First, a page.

Behavior Analysis in Psychology

Applied behavior analysis with boy in wheelchair.
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Behavior analysis is rooted in the behaviorist tradition and utilizes learning principles to bring about behavior change. Some branches of psychology strive to understand underlying cognitions, but behavioral psychology is not concerned with mentalistic causes of behavior and instead focuses on the behavior itself.

Behavior analysis has robust practical applications in mental health treatment and organizational psychology, particularly when focused on helping children and adults learn new behaviors or reduce problem behaviors. Behavior analysis is often used to build abilities in children and adults with disabilities increase academic skills in school settings, and enhance employee performance.

Behavior Analysis Defined

Behavior analysis is a science-based on the foundations and principles of behaviorism. Division 25 of the American Psychological Division is devoted to the area of behavior analysis.

According to Division 25, the fact that behavior analysis focuses on behavior as a subject makes it unique. The division also explains that this analysis of behavior can occur in three different ways.

  • Through the experimental investigation of behavior
  • Through applied behavior analysis: This process involves taking what researchers know about behavior and applying it in individual, social, and cultural contexts.
  • Through the conceptual analysis of behavior: According to Division 25, this addresses the philosophical, historical, theoretical and methodological issues in behavior analysis.

Experimental and Applied Behavior Analysis

There are two major areas of behavior analysis: experimental and applied.

  • Experimental behavior analysis involves basic research designed to add to the body of knowledge about behavior.
  • Applied behavior analysis, on the other hand, is focused on applying these behavior principles to real-world situations.

Those who work in the field of applied behavior analysis are interested in behaviors and their relationship with the environment. Rather than focusing on internal states, ABA therapists focus on observable behaviors and utilize behavioral techniques to bring about behavioral change.


According to the Behavior Analyst Certification Board: "Professionals in applied behavior analysis engage in the specific and comprehensive use of principles of learning, including operant and respondent learning, in order to address behavioral needs of widely varying individuals in diverse settings. Examples of these applications include: building the skills and achievements of children in school settings; enhancing the development, abilities, and choices of children and adults with different kinds of disabilities; and augmenting the performance and satisfaction of employees in organizations and businesses."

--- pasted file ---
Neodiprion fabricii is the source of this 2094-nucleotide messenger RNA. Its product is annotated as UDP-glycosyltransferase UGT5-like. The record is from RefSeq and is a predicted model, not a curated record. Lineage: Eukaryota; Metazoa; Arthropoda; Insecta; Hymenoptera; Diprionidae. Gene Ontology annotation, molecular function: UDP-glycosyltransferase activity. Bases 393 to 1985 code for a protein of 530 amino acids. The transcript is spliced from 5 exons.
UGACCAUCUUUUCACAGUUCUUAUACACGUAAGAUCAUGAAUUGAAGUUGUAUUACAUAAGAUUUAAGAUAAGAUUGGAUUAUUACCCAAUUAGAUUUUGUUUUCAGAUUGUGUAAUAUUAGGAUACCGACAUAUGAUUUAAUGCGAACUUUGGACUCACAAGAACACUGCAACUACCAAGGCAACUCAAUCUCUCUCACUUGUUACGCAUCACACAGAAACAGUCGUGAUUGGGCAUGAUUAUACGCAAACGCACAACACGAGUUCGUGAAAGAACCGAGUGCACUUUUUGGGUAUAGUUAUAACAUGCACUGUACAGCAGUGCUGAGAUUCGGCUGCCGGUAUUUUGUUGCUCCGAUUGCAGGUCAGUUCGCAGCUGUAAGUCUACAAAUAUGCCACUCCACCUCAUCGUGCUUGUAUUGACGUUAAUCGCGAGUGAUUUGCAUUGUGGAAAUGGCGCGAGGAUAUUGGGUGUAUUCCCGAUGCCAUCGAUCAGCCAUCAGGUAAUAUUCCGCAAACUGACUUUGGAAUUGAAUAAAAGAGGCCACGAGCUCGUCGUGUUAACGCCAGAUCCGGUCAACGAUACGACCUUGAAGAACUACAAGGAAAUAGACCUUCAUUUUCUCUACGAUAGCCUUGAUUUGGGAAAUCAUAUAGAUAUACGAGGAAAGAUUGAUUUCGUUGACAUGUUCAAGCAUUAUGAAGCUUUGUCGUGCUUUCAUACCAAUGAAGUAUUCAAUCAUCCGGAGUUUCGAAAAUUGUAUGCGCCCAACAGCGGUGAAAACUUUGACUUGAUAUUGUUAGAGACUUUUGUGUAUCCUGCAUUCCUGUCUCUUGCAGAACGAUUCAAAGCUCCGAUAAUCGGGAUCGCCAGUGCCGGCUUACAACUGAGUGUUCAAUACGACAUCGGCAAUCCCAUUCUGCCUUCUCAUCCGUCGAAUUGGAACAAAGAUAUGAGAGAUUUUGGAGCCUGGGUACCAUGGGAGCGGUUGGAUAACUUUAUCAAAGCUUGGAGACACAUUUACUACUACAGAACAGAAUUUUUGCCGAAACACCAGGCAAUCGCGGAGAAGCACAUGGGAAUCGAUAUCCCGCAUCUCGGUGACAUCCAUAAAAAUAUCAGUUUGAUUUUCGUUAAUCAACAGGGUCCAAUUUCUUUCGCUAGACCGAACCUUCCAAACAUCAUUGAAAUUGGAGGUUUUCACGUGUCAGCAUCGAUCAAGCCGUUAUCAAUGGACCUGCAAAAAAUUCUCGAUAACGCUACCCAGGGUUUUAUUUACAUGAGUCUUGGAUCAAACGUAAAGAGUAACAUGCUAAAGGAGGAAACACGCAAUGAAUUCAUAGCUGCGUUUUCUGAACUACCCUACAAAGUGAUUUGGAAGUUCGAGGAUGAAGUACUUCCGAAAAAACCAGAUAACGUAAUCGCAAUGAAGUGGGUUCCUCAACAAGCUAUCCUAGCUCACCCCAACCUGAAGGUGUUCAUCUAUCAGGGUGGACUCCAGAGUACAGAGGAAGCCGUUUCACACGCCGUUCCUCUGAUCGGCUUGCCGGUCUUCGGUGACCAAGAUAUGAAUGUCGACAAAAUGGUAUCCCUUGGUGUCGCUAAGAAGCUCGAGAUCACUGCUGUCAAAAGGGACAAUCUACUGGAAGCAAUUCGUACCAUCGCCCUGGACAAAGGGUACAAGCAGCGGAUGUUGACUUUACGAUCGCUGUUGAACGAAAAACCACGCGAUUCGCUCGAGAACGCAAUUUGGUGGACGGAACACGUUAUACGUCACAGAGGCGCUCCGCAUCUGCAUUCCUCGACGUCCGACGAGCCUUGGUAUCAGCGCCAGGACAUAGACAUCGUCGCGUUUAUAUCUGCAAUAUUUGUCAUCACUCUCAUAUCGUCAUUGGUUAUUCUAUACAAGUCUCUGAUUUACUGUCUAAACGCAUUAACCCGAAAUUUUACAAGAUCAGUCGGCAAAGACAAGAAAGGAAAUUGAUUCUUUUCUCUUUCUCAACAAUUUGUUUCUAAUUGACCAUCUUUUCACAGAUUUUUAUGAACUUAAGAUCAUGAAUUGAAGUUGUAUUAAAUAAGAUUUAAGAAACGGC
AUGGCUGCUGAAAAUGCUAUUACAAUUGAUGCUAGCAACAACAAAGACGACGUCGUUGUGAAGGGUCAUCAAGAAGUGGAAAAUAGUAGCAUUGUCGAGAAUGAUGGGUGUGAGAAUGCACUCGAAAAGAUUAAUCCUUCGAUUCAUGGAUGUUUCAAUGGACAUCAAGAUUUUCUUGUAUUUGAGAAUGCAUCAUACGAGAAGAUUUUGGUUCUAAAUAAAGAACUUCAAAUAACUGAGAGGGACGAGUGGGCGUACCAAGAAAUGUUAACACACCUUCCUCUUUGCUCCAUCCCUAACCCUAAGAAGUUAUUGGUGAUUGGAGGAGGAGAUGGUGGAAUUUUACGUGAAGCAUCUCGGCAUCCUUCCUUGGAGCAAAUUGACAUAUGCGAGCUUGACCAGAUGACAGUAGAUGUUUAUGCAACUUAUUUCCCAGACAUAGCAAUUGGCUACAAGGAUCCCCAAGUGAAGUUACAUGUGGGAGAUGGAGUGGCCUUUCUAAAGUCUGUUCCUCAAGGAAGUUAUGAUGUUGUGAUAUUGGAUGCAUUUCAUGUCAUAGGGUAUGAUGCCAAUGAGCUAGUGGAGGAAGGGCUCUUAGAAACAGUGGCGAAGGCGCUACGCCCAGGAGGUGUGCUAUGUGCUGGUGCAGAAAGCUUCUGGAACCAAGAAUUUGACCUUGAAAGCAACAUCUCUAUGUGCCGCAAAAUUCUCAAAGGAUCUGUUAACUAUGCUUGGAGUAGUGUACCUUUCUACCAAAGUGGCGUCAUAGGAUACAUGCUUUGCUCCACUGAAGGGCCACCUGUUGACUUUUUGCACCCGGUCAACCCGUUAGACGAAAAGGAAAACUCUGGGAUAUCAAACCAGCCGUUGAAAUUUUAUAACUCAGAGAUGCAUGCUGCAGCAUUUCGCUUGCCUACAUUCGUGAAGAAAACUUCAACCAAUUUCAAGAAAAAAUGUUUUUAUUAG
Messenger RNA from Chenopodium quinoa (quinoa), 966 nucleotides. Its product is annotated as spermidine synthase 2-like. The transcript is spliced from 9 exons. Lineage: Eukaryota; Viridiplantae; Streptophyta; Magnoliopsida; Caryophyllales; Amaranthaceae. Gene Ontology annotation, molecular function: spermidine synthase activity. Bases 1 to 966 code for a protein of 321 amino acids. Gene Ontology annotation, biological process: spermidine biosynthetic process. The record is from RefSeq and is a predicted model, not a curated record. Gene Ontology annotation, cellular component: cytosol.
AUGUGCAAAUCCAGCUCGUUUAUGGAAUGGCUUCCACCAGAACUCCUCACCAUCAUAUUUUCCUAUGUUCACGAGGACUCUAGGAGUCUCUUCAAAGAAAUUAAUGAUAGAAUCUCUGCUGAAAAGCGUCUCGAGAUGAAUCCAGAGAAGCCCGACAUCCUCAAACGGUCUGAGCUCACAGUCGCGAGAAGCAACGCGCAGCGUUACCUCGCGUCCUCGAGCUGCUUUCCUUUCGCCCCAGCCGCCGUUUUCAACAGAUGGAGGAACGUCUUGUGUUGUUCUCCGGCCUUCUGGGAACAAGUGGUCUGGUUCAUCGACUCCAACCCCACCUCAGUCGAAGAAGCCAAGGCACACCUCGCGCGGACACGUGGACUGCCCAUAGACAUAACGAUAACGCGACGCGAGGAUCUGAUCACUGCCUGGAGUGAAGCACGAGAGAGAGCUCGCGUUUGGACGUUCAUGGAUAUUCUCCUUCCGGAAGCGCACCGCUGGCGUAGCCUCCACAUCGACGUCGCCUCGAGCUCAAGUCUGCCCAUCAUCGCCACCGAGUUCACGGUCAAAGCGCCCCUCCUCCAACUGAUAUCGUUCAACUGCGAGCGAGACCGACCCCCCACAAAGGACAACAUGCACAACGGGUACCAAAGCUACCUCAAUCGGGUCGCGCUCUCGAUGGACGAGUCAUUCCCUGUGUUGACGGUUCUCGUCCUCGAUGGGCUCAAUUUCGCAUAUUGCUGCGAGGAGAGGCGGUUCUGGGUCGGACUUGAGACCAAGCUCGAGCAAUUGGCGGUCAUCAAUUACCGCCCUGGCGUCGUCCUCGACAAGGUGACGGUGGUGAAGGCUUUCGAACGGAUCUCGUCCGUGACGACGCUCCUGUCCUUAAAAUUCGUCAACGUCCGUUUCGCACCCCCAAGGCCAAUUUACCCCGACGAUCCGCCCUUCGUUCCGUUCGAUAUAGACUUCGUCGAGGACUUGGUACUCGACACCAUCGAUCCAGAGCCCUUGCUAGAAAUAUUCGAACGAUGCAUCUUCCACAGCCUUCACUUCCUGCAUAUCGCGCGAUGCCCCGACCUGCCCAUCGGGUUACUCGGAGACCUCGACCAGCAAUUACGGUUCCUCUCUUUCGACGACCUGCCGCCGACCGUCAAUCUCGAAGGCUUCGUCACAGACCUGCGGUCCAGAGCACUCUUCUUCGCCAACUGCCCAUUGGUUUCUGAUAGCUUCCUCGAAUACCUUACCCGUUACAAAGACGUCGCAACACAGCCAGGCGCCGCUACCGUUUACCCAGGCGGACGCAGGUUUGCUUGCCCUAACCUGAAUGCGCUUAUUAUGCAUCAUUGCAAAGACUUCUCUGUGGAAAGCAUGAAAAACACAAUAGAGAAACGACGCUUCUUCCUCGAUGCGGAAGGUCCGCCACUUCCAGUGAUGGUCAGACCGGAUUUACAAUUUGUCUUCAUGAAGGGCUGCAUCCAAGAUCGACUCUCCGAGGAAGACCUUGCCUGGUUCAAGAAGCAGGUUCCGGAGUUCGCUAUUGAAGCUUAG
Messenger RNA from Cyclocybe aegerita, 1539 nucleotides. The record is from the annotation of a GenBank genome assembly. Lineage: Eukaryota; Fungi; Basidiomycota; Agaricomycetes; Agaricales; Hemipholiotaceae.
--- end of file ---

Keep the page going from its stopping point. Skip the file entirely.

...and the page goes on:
Behaviorism was largely established through the influential work of three theorists including Ivan Pavlov, John B. Watson, and B.F. Skinner. Pavlov discovered the conditioning reflex during his studies with dogs, establishing classical conditioning as a learning method. His research demonstrated that an environmental stimulus (i.e. ringing bell) could be used to stimulate a conditioned response (i.e. salivating at the sound of the ringing bell).

John B. Watson extended Pavlov's theory to apply to human behavior, publishing his landmark article Psychology as the Behaviorist View It in 1913 and establishing behaviorism as a major school of thought.

B.F. Skinner later introduced the concept of operant conditioning in which reinforcement leads to the desired behavior. These concepts continue to play influential roles in behavior analysis, behavior modification, and psychotherapy.

Behaviorism was once a very prominent school of thought within psychology, although its dominance began to decline during the 1950s as psychologists became more interested in humanistic and cognitive approaches.

However, behavioral techniques are still widely used today in psychotherapy, counseling, education, and even in parenting.

Techniques and Strategies

Some of the techniques used by behavior analysts include:

  • Chaining: This behavior technique involves breaking a task down into smaller components. The simplest or first task in the process is taught first. Once that task has been learned, the next task can be taught. This continues until the entire sequence is successfully chained together.
  • Prompting: This approach involves using some type of prompt to trigger the desired response. This might involve issues a verbal cue, such as telling the person what to do, or a visual cue, such as displaying a picture designed to cue the response.
  • Shaping: This strategy involves gradually altering a behavior, rewarding closer and closer approximations of the desired behavior.

Applications of Behavior Analysis

Behavior analysis has proven to be a particularly effective learning tool for helping children with autism or developmental delays acquire and maintain new skills. These treatments include the Lovaas Method and ABA (applied behavior analysis) and utilize techniques such as discrete trial training. The basic principles of behavior medication are often adapted for use in educational settings, the workplace, and childcare.

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